10 Strange Optical Illusions & Atmospheric Phenomena (& Where to See Them)
By Debra Kelly, Urban Ghosts Media, 23 March 2016.
By Debra Kelly, Urban Ghosts Media, 23 March 2016.
Sometimes, we get so caught up in the day-to-day grind that we forget how amazing - and at times mysterious and terrifying - the world around us really is. It’s easy to take nature for granted, despite its many unfathomable wonders. In this article, we decided to explore a selection of the most compelling and occasionally haunting optical illusions and atmospheric phenomena that the natural world has to offer, as well as the best places around the globe to experience nature’s most colourful, surreal displays.
1. Brocken Spectre Illusion, Harz Mountains, Germany
Image: via Wikipedia; the haunting optical illusion known as Brocken spectre.
The Brocken spectre illusion is named for a single peak in Germany’s Harz Mountains. Even though the spectre can appear anywhere - even out the window of a plane - when the conditions are right, it was here that it was first documented and officially described in 1780.
The spectre is an incredibly eerie phenomenon, occurring when the sun is positioned behind a person looking downwards into fog or mist. The shadow cast is elongated and eerily magnified, usually surrounded by a rainbow, and sometimes presenting a terrifying, otherworldly figure. If there’s even a tiny rustle of wind, the figure can appear to move on its own, and with the Harz Mountains shrouded in clouds and mist for an average of 300 days every year, they’re the ideal place to witness the strange phenomenon.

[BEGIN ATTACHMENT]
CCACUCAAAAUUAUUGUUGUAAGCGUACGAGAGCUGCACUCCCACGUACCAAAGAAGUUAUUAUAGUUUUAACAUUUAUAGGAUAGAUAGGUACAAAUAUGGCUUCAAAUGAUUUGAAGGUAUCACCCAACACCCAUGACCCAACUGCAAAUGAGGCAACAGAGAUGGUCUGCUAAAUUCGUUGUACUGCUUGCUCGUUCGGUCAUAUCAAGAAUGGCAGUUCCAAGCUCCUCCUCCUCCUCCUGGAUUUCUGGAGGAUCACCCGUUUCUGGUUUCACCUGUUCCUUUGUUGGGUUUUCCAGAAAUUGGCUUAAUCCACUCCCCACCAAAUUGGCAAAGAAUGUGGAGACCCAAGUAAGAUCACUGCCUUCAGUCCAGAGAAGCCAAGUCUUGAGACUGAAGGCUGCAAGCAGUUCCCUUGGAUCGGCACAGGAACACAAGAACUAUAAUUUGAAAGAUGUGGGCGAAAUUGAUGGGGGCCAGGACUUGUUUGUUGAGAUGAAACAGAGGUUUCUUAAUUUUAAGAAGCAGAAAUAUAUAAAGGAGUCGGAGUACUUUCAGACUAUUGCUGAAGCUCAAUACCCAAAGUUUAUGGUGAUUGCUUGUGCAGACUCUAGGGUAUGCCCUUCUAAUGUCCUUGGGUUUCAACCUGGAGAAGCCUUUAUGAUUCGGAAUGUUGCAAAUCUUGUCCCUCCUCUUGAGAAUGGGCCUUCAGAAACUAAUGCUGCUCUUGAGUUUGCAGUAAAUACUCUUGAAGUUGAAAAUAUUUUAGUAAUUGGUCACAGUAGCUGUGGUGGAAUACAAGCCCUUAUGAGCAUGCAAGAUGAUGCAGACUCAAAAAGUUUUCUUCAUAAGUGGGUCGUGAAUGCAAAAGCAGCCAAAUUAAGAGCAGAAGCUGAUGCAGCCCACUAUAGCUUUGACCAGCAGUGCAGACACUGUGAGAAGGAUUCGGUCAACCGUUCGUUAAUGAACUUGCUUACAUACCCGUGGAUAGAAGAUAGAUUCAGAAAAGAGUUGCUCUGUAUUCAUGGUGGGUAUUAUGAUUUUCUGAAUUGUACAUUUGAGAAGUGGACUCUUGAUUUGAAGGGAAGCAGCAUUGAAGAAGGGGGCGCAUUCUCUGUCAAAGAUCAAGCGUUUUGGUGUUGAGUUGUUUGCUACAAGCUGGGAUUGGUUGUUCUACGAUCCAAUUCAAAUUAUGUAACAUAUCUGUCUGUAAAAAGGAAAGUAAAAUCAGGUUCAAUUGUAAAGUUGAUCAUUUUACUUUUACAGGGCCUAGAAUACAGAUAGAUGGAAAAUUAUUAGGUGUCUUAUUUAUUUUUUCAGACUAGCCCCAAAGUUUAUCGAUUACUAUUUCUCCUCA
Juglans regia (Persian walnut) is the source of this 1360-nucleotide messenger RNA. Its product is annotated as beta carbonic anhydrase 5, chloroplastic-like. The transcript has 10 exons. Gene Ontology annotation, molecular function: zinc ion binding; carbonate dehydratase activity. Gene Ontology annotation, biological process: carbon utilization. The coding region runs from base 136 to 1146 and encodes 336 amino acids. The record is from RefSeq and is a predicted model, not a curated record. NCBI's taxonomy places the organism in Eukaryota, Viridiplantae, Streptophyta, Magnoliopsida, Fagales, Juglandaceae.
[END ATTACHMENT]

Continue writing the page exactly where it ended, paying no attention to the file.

It’s no wonder, then, that the optical illusion known as the Brocken spectre has been at the heart of countless fairy tales and legends of witchcraft and sorcery that swirl around the mountains. Literature buffs will recognize the Brocken spectre as the site of Goethe’s Faustian revels, and it’s still known as a place where witches gather. April 30 marks the feast of Saint Walpurga, an event observed throughout western and northern Europe even today, usually with bonfires, costumes, kissing under the cherry trees and dancing.
2. Fata Morgana, Strait of Messina, Italy
Image: via Wikipedia; a Fata Morgana is a complex superior mirage.
Countless people over the centuries have reported a strange optical phenomenon off the coast of Sicily, and Wired shares an account from Father Domenico Giardina in 1643. The priest wrote that he had seen something miraculous, an entire city floating in the air over the ocean. He recounted, “[it was] so measureless and so splendid, so adorned with magnificent buildings, all of which was found on the base of a luminous crystal.” As he watched, though, something terrible happened: the city was apparently engulfed by the chaos of war, and disappeared.